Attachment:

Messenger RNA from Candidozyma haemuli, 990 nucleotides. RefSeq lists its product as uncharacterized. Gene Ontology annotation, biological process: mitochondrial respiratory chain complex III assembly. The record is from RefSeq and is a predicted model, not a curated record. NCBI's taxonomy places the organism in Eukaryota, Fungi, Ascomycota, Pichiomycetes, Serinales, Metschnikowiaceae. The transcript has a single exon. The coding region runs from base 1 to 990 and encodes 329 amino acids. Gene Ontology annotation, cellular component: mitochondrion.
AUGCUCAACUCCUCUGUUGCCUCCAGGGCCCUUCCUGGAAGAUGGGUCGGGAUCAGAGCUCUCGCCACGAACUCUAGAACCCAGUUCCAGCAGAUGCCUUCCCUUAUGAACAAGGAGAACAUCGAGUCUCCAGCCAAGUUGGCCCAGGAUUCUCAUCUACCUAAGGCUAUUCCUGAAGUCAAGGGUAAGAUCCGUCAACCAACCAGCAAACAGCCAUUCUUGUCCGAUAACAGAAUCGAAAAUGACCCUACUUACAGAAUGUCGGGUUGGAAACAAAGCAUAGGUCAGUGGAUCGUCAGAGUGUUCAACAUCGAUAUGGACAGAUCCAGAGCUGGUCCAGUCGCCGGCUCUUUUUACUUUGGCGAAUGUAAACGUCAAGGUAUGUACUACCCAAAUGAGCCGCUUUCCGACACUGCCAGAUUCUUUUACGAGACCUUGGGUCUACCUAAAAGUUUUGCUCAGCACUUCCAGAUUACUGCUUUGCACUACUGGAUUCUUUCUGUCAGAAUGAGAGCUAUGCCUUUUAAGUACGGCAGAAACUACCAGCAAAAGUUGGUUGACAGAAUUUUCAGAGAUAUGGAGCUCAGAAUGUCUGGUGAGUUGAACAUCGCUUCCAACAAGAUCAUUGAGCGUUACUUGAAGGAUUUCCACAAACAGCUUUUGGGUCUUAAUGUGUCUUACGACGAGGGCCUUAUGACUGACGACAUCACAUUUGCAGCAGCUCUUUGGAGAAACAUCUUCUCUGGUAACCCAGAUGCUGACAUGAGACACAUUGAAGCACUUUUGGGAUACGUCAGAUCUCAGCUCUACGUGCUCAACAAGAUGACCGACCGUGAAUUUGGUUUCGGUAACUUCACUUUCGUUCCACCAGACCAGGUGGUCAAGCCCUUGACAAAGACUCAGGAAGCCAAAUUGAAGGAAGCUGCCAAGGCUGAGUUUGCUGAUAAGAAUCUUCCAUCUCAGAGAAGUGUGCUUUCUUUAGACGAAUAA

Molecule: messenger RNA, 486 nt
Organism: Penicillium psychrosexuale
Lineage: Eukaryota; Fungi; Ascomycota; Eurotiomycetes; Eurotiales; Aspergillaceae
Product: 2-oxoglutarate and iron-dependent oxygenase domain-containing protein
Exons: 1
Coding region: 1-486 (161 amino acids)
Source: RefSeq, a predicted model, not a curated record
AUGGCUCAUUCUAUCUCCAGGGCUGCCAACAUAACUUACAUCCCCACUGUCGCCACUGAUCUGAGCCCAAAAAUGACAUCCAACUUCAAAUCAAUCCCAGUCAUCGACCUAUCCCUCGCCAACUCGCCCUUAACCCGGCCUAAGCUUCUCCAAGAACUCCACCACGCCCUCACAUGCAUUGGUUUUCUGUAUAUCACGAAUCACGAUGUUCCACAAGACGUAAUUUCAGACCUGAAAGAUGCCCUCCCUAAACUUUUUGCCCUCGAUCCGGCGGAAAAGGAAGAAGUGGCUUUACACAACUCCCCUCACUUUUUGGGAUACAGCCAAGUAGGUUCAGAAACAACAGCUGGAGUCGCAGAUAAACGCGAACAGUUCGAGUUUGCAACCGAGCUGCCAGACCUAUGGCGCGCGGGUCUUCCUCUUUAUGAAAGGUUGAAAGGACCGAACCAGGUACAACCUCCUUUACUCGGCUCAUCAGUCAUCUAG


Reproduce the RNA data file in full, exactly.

Messenger RNA from Candidozyma haemuli, 990 nucleotides. RefSeq lists its product as uncharacterized. Gene Ontology annotation, biological process: mitochondrial respiratory chain complex III assembly. The record is from RefSeq and is a predicted model, not a curated record. NCBI's taxonomy places the organism in Eukaryota, Fungi, Ascomycota, Pichiomycetes, Serinales, Metschnikowiaceae. The transcript has a single exon. The coding region runs from base 1 to 990 and encodes 329 amino acids. Gene Ontology annotation, cellular component: mitochondrion.
AUGCUCAACUCCUCUGUUGCCUCCAGGGCCCUUCCUGGAAGAUGGGUCGGGAUCAGAGCUCUCGCCACGAACUCUAGAACCCAGUUCCAGCAGAUGCCUUCCCUUAUGAACAAGGAGAACAUCGAGUCUCCAGCCAAGUUGGCCCAGGAUUCUCAUCUACCUAAGGCUAUUCCUGAAGUCAAGGGUAAGAUCCGUCAACCAACCAGCAAACAGCCAUUCUUGUCCGAUAACAGAAUCGAAAAUGACCCUACUUACAGAAUGUCGGGUUGGAAACAAAGCAUAGGUCAGUGGAUCGUCAGAGUGUUCAACAUCGAUAUGGACAGAUCCAGAGCUGGUCCAGUCGCCGGCUCUUUUUACUUUGGCGAAUGUAAACGUCAAGGUAUGUACUACCCAAAUGAGCCGCUUUCCGACACUGCCAGAUUCUUUUACGAGACCUUGGGUCUACCUAAAAGUUUUGCUCAGCACUUCCAGAUUACUGCUUUGCACUACUGGAUUCUUUCUGUCAGAAUGAGAGCUAUGCCUUUUAAGUACGGCAGAAACUACCAGCAAAAGUUGGUUGACAGAAUUUUCAGAGAUAUGGAGCUCAGAAUGUCUGGUGAGUUGAACAUCGCUUCCAACAAGAUCAUUGAGCGUUACUUGAAGGAUUUCCACAAACAGCUUUUGGGUCUUAAUGUGUCUUACGACGAGGGCCUUAUGACUGACGACAUCACAUUUGCAGCAGCUCUUUGGAGAAACAUCUUCUCUGGUAACCCAGAUGCUGACAUGAGACACAUUGAAGCACUUUUGGGAUACGUCAGAUCUCAGCUCUACGUGCUCAACAAGAUGACCGACCGUGAAUUUGGUUUCGGUAACUUCACUUUCGUUCCACCAGACCAGGUGGUCAAGCCCUUGACAAAGACUCAGGAAGCCAAAUUGAAGGAAGCUGCCAAGGCUGAGUUUGCUGAUAAGAAUCUUCCAUCUCAGAGAAGUGUGCUUUCUUUAGACGAAUAA

Molecule: messenger RNA, 486 nt
Organism: Penicillium psychrosexuale
Lineage: Eukaryota; Fungi; Ascomycota; Eurotiomycetes; Eurotiales; Aspergillaceae
Product: 2-oxoglutarate and iron-dependent oxygenase domain-containing protein
Exons: 1
Coding region: 1-486 (161 amino acids)
Source: RefSeq, a predicted model, not a curated record
AUGGCUCAUUCUAUCUCCAGGGCUGCCAACAUAACUUACAUCCCCACUGUCGCCACUGAUCUGAGCCCAAAAAUGACAUCCAACUUCAAAUCAAUCCCAGUCAUCGACCUAUCCCUCGCCAACUCGCCCUUAACCCGGCCUAAGCUUCUCCAAGAACUCCACCACGCCCUCACAUGCAUUGGUUUUCUGUAUAUCACGAAUCACGAUGUUCCACAAGACGUAAUUUCAGACCUGAAAGAUGCCCUCCCUAAACUUUUUGCCCUCGAUCCGGCGGAAAAGGAAGAAGUGGCUUUACACAACUCCCCUCACUUUUUGGGAUACAGCCAAGUAGGUUCAGAAACAACAGCUGGAGUCGCAGAUAAACGCGAACAGUUCGAGUUUGCAACCGAGCUGCCAGACCUAUGGCGCGCGGGUCUUCCUCUUUAUGAAAGGUUGAAAGGACCGAACCAGGUACAACCUCCUUUACUCGGCUCAUCAGUCAUCUAG